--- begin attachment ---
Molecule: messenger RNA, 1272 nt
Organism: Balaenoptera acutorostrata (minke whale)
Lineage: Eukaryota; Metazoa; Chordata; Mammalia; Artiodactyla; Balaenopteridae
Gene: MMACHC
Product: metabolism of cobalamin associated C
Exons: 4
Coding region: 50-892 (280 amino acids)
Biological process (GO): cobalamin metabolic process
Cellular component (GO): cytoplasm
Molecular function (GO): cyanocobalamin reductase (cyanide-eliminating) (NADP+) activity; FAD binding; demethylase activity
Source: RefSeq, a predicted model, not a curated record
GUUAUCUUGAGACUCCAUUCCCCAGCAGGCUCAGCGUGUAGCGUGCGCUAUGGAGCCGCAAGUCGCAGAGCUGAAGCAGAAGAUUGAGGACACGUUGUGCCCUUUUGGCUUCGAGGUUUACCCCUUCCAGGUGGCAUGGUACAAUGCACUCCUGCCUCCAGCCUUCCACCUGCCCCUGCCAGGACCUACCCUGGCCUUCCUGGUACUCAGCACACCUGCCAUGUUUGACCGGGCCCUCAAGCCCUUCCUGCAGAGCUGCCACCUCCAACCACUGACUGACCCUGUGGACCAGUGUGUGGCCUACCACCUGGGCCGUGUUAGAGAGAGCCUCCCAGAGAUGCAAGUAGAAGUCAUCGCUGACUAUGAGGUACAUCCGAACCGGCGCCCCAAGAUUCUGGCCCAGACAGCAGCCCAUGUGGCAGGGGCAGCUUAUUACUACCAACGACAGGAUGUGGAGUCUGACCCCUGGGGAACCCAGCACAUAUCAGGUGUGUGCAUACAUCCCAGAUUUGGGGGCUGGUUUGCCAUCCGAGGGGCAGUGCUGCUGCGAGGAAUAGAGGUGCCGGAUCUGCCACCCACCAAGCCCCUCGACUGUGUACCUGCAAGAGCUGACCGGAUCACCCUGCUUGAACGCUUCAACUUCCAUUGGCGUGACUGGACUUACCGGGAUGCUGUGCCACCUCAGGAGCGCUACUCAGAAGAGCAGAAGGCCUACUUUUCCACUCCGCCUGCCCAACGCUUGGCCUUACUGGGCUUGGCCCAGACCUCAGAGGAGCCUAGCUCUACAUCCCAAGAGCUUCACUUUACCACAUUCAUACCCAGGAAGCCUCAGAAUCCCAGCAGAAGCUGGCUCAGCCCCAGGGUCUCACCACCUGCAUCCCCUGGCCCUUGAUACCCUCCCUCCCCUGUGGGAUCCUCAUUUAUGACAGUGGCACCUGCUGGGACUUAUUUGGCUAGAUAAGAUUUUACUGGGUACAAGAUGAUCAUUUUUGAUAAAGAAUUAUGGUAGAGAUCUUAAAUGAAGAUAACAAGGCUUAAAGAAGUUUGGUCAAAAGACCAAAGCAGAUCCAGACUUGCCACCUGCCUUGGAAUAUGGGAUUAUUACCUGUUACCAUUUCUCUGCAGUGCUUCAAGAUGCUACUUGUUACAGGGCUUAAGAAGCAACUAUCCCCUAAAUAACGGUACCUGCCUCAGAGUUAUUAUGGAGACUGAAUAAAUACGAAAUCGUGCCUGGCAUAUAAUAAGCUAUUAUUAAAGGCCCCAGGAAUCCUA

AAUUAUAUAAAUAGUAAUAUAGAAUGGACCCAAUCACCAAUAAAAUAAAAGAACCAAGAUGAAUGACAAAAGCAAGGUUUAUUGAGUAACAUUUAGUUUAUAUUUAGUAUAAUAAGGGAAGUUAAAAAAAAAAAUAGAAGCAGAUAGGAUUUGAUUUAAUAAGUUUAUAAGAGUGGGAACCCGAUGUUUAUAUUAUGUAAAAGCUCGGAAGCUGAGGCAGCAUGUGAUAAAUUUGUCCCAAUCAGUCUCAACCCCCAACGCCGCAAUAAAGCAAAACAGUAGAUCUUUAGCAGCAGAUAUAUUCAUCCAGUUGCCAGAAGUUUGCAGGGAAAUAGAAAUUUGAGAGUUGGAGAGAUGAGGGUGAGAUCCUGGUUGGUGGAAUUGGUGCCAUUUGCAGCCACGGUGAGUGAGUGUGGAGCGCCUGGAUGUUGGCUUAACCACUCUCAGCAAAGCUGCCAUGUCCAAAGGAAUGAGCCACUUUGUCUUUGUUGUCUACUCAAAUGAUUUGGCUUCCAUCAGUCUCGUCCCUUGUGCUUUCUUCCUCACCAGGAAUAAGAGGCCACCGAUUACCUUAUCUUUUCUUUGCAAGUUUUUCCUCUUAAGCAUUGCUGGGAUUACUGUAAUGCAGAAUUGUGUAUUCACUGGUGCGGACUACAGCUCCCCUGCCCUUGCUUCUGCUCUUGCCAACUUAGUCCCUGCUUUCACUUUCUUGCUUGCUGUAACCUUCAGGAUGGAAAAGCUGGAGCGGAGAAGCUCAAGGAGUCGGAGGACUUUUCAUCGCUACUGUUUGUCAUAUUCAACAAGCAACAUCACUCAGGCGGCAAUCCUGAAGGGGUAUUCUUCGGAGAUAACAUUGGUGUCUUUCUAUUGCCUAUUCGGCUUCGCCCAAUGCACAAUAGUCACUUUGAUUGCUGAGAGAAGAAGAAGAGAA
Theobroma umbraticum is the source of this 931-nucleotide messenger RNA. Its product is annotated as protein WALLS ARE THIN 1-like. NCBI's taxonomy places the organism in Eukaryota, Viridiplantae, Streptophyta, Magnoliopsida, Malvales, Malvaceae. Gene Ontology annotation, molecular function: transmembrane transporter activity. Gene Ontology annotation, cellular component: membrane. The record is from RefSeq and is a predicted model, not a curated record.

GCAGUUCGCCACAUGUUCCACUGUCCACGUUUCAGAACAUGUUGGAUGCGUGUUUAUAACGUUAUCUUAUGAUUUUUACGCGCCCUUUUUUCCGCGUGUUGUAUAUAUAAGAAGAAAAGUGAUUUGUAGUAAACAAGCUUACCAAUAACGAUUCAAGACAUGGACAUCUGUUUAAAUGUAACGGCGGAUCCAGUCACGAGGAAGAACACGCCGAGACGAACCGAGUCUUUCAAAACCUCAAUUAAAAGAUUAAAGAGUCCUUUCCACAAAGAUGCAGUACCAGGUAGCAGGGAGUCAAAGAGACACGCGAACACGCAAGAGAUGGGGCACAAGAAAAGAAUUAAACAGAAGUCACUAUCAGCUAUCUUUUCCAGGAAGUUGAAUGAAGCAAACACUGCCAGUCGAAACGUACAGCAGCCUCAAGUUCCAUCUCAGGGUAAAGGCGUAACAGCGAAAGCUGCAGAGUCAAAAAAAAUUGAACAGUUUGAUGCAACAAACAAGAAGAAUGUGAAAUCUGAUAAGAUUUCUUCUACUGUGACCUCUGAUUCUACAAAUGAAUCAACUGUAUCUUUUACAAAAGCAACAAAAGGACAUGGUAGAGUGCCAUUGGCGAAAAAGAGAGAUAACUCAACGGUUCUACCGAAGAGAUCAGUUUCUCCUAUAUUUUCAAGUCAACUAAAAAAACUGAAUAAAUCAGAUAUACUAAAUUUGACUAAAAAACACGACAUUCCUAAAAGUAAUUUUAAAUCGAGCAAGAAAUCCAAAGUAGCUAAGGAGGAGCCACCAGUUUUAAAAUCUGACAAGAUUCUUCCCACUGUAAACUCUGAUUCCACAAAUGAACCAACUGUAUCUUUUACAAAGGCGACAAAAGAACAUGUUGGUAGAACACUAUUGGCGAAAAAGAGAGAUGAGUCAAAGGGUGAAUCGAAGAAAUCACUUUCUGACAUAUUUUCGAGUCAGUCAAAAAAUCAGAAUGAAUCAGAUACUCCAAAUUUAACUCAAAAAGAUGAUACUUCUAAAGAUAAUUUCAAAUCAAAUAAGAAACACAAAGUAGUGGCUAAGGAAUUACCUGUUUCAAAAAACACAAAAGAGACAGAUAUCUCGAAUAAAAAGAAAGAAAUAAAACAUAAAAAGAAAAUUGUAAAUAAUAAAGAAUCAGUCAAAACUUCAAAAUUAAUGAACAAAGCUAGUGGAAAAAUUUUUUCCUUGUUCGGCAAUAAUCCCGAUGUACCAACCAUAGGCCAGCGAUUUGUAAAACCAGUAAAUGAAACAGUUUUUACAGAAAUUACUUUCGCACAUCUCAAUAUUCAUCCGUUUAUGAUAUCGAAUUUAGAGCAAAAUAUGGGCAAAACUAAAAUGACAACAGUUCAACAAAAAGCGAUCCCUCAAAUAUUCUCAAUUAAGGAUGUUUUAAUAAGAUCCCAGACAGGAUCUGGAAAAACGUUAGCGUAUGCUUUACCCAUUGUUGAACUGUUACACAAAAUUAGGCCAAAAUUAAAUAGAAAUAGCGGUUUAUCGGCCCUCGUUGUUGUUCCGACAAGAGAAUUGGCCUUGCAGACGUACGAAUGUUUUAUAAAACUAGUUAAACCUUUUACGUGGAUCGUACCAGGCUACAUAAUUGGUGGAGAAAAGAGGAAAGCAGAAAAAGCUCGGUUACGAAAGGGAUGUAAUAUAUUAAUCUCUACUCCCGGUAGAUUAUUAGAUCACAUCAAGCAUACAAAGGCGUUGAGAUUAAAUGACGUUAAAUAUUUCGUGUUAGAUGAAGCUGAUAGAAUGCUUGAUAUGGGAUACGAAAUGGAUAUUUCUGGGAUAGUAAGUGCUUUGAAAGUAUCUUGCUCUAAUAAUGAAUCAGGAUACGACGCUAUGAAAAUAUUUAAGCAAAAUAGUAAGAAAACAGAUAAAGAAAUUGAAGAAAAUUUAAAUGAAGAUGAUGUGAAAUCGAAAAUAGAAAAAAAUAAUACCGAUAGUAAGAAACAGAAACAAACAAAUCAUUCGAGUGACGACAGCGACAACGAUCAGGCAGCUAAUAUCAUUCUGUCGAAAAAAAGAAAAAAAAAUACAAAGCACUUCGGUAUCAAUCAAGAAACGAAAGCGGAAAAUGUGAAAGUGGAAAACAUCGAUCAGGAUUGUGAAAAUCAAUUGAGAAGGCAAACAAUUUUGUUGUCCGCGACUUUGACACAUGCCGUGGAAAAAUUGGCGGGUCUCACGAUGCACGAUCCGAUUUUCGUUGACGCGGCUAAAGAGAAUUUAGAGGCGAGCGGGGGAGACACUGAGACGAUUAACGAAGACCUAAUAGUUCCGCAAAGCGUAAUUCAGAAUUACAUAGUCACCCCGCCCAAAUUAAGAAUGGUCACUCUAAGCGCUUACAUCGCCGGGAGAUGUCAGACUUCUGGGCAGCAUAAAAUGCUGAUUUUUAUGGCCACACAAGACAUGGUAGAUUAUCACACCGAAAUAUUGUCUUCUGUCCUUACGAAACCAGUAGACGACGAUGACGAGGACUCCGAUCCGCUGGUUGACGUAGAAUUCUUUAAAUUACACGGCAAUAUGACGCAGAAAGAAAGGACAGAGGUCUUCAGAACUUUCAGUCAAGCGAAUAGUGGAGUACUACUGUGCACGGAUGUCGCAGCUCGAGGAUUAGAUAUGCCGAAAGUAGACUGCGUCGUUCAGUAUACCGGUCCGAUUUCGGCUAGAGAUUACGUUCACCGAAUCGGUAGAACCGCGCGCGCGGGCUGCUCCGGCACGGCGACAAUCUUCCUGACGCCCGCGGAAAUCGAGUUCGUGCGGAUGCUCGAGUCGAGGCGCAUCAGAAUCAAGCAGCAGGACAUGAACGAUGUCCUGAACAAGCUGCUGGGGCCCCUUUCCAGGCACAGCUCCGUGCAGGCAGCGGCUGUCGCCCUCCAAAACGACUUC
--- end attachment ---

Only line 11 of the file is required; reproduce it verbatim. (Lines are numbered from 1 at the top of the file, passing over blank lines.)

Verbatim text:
Source: RefSeq, a predicted model, not a curated record